It happens sooner or later to all consulting designers: your client decides not to use your work or — if it’s what they hired you for — take your advice.
First of all, remind yourself that as a design professional you’re not taking anything personally. It might also help to remind yourself that contrary to a lot of narratives, it’s not your job to “make the client happy.” Rather it’s your job to solve your client’s problems as best you can. It’s your client’s prerogative to accept or reject your work. There may be a million reasons for a client not to adopt your solutions or take your advice. Whatever the reason, you cannot afford to take it personally.
Continue reading “Client rejections”
You often hear that to work with graphic displays on the Arduino platform you need to use a Mega or other high-performance board. I got curious about how much you can actually get done on an a measly Uno and similar boards based on the classic ATmega328P. You can find the ongoing results on my wiki.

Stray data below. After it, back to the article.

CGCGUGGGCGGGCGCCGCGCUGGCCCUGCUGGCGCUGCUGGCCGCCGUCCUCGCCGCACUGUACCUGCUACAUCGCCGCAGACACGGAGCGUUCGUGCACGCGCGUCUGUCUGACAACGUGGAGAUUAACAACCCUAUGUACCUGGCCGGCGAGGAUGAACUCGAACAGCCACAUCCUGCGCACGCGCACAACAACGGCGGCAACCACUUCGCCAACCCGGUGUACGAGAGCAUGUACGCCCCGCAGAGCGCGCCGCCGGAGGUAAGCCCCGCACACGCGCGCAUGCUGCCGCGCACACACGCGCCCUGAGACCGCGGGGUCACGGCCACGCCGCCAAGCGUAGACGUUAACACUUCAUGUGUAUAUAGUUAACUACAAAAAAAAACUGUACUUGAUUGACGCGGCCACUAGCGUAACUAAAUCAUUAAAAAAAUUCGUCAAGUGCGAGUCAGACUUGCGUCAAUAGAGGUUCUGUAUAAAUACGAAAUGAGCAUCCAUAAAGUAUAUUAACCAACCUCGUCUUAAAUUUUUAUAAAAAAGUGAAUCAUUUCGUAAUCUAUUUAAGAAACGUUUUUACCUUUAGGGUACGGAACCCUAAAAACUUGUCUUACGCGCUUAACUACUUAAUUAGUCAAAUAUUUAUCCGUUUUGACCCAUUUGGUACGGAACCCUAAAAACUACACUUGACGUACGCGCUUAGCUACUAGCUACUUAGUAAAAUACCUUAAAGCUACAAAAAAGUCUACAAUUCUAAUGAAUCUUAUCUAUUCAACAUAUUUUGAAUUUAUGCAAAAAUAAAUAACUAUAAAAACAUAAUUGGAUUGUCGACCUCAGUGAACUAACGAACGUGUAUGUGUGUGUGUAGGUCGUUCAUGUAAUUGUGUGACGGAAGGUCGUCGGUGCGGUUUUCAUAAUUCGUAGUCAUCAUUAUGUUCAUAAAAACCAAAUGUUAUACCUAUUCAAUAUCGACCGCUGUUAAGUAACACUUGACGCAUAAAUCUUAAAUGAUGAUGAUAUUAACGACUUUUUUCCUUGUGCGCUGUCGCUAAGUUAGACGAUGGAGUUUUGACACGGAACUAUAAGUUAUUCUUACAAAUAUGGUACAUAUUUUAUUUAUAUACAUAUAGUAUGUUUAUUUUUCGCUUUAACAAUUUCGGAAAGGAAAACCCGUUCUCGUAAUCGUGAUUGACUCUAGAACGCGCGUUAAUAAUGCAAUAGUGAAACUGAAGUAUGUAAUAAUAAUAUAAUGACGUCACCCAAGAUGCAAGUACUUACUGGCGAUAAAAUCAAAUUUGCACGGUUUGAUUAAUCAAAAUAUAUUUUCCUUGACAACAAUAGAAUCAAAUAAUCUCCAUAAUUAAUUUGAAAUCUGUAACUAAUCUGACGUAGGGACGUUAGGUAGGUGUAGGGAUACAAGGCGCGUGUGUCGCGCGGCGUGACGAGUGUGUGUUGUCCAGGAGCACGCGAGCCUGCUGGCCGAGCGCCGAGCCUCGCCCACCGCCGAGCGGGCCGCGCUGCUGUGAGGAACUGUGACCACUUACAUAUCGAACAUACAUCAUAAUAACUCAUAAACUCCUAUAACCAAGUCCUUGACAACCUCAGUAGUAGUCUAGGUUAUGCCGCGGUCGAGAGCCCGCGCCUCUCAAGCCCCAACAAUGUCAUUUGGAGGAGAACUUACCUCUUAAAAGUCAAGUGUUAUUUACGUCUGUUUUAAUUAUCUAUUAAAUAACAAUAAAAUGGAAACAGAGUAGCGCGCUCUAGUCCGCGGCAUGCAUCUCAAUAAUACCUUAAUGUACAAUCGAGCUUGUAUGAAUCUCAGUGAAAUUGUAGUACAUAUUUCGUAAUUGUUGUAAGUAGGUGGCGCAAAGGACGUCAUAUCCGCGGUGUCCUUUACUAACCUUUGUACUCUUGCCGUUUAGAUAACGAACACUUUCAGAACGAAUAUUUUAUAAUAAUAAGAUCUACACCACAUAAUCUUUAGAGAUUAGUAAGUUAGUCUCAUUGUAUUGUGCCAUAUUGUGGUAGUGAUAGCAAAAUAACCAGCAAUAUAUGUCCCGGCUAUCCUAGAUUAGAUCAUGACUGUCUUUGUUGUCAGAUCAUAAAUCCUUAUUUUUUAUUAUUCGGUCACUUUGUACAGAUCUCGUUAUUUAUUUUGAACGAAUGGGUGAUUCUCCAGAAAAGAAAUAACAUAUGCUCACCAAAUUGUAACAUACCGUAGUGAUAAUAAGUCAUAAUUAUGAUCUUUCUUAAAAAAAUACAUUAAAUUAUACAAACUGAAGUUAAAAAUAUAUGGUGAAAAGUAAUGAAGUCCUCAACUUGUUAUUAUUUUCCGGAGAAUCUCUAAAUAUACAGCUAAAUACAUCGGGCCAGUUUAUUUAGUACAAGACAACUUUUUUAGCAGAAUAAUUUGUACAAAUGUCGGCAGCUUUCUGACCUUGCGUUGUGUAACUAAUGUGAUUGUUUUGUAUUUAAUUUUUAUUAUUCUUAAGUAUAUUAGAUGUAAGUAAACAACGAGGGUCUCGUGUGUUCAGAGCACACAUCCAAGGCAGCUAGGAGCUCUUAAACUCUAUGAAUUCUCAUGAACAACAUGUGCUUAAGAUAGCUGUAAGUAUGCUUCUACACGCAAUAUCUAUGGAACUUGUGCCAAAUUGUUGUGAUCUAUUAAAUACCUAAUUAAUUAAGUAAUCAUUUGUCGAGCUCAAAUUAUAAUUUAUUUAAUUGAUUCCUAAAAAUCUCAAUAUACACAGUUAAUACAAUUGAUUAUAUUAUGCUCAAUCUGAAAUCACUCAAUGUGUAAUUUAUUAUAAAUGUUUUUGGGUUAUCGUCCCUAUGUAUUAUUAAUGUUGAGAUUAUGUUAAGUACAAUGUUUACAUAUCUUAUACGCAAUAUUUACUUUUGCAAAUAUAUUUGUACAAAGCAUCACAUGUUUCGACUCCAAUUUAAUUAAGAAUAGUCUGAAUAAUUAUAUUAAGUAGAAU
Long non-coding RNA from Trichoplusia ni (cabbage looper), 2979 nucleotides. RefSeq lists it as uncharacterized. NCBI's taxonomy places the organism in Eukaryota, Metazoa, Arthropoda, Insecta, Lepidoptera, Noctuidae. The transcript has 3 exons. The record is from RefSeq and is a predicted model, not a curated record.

The story so far: 128×64 and smaller monochrome displays are usable. The smallest TFT displays much less so.
As I did last year, this year I again helped critique student work for Barry Kudrowitz’s Toy Product Design course at the University of Minnesota. Lots of interesting ideas from enthusiastic minds.
Scruffy tutorials and demo videos for students in my game programming course.
We’ve entered Phase Two of my game programming course, and to help support this phase, I’m putting together enchant.js | Fundamentals.
While currently not as interactive nor as descriptive as what I developed for Phase One, I’m hoping these incremental examples will make it easy for those new to programming to grok some fundamental techniques and concepts.
Again, feedback is appreciated.